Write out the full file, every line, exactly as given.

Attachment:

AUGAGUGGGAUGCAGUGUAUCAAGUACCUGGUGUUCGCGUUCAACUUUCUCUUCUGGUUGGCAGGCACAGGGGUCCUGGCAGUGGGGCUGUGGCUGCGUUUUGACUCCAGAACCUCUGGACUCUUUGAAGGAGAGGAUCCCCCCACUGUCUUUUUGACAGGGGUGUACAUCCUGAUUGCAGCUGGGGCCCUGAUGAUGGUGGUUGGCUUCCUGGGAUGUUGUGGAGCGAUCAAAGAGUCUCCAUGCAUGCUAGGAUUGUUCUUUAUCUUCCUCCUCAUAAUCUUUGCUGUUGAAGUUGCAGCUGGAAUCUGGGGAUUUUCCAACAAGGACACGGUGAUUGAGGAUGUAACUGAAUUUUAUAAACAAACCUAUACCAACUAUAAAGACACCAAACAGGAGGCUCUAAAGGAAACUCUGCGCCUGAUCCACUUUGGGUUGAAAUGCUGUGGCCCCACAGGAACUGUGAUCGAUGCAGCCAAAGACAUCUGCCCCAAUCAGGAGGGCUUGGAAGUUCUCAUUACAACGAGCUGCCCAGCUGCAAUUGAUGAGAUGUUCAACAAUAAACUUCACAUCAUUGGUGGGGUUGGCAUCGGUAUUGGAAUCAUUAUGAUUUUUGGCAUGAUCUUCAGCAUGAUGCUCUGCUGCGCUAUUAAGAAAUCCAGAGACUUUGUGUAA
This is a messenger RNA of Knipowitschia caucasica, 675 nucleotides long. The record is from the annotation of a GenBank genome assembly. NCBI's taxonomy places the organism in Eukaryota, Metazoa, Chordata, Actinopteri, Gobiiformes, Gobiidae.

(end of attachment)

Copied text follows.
AUGAGUGGGAUGCAGUGUAUCAAGUACCUGGUGUUCGCGUUCAACUUUCUCUUCUGGUUGGCAGGCACAGGGGUCCUGGCAGUGGGGCUGUGGCUGCGUUUUGACUCCAGAACCUCUGGACUCUUUGAAGGAGAGGAUCCCCCCACUGUCUUUUUGACAGGGGUGUACAUCCUGAUUGCAGCUGGGGCCCUGAUGAUGGUGGUUGGCUUCCUGGGAUGUUGUGGAGCGAUCAAAGAGUCUCCAUGCAUGCUAGGAUUGUUCUUUAUCUUCCUCCUCAUAAUCUUUGCUGUUGAAGUUGCAGCUGGAAUCUGGGGAUUUUCCAACAAGGACACGGUGAUUGAGGAUGUAACUGAAUUUUAUAAACAAACCUAUACCAACUAUAAAGACACCAAACAGGAGGCUCUAAAGGAAACUCUGCGCCUGAUCCACUUUGGGUUGAAAUGCUGUGGCCCCACAGGAACUGUGAUCGAUGCAGCCAAAGACAUCUGCCCCAAUCAGGAGGGCUUGGAAGUUCUCAUUACAACGAGCUGCCCAGCUGCAAUUGAUGAGAUGUUCAACAAUAAACUUCACAUCAUUGGUGGGGUUGGCAUCGGUAUUGGAAUCAUUAUGAUUUUUGGCAUGAUCUUCAGCAUGAUGCUCUGCUGCGCUAUUAAGAAAUCCAGAGACUUUGUGUAA
This is a messenger RNA of Knipowitschia caucasica, 675 nucleotides long. The record is from the annotation of a GenBank genome assembly. NCBI's taxonomy places the organism in Eukaryota, Metazoa, Chordata, Actinopteri, Gobiiformes, Gobiidae.